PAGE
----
Adam was finding it far more convenient to pull data from the Net than from Victoria’s current filing system and the more he used it; the more he thought it might just be the proper answer for some of the more obscure things she kept trying to commit to memory. Response times were greater, but at least that data wasn’t clogging up his system.
He used protocols similar to the ones he had created for allowing her to understand the different auditory communication that Yuen-Ja used when they first met. Linking to external databases that housed translation algorithms seemed like cheating but not using the resources available to him was illogical. Besides, the more words Victoria used, the more data he retrieved and injected into her databanks, the less he had to access external sources.
For now the only reason he was using the Net was the continued overhaul of her current logical data storage and retrieval system. When he was finished, Adam was confident that she would have rapid access to any piece of data she had ever stored, although he had thought the same thing several times before. If he could make it work, it’d be quite the accomplishment considering the vast amount of information that was thrown into her drive without apparent organization. Some of it hadn’t been accessed in years; however Adam suspected that much of the time it was because she simply hadn’t been able to.
The process of organizing was taking a lot longer than he had anticipated. Since the main system had lost the paths needed to retrieve the data, Adam sometimes had to use more hands on investigation techniques instead of being able to rely on the code he had written to search for him. Of course most of that could be handled by his clone, but it was still a time consuming process.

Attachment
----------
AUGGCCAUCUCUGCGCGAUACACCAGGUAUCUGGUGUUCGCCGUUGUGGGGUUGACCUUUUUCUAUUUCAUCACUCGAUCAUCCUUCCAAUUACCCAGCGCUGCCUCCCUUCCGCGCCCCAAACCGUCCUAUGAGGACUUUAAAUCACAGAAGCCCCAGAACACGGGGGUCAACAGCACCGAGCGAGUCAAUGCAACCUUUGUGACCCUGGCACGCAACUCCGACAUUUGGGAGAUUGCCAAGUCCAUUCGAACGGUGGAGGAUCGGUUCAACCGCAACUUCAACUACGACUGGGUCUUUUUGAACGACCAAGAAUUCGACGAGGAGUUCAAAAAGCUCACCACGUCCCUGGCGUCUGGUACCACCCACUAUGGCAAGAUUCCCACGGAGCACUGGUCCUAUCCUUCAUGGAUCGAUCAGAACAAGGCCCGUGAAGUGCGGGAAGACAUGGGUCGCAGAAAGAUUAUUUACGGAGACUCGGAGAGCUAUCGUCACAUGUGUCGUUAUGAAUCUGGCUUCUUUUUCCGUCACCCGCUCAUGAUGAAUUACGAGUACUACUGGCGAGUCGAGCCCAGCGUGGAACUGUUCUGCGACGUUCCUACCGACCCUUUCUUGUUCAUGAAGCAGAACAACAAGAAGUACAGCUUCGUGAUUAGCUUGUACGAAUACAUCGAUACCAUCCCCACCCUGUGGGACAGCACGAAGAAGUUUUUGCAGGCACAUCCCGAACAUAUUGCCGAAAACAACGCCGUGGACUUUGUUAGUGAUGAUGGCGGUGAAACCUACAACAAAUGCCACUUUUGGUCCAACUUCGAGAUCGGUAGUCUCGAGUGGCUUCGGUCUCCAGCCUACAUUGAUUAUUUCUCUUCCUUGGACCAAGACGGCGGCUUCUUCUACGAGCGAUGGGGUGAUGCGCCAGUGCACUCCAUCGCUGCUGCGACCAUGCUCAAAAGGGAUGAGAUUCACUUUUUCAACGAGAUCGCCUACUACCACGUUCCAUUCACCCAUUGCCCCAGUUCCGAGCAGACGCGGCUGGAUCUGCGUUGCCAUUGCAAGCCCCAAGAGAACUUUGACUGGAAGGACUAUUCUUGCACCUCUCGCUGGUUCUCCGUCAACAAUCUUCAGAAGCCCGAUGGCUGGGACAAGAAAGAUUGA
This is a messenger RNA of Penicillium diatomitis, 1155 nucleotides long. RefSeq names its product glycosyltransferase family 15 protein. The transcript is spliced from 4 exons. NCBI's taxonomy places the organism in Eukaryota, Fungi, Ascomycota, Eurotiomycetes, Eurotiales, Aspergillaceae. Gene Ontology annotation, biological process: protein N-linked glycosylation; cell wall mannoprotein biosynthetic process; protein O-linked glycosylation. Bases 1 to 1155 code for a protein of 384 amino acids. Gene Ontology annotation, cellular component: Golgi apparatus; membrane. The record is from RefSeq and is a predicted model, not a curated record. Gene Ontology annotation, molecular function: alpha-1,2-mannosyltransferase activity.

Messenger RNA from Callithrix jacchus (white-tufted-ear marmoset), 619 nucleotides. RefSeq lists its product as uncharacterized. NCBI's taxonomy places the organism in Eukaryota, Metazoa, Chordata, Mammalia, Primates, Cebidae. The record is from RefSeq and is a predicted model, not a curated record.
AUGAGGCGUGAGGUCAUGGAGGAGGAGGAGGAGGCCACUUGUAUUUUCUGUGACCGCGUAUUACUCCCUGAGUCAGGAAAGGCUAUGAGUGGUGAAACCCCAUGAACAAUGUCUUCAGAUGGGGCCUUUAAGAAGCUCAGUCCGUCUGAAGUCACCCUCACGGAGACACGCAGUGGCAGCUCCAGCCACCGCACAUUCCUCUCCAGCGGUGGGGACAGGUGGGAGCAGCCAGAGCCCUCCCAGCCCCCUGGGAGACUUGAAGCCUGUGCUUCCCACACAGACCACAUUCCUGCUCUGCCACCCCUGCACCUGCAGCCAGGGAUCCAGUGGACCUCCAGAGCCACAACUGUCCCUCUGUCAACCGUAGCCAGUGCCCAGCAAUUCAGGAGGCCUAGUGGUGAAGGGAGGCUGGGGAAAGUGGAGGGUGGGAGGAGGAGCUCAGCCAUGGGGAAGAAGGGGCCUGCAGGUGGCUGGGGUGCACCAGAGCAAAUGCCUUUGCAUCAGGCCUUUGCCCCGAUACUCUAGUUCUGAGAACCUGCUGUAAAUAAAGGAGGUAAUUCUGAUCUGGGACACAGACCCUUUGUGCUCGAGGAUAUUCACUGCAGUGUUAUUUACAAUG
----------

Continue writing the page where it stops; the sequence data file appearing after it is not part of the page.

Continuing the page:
During Victoria’s last period of inactivity, a time he now knew was referred to as sleep; Adam had made a stunning discovery. Victoria’s system actually had its own rudimentary form of an organization subroutine that ventured into her tangled databanks and randomly pulled samples of data to see if they might be relevant. He hadn’t noticed it before because it was such a low level process and it didn’t seem to be very effective. The strangest part was it didn’t have a very clear or direct link to the main unit.
At first, Adam had thought it was a virus or a hostile program, but after analyzing it two or three times he decided it was a part of the older set of outdated and underutilized applications that seemed to be kicking around the dark corners of Victoria’s convoluted archives. A thrill ran through Adam’s circuits, the effect was much like the virtual space Yuen-Ja had created. The reminder of Yuen-Ja’s request prompted him to send a message to Victoria’s mobile communication device and copy her on it.
“Victoria. I would like to interface with Kai Yuen-Ja, would it be possible for us to interface soon? Please advise.”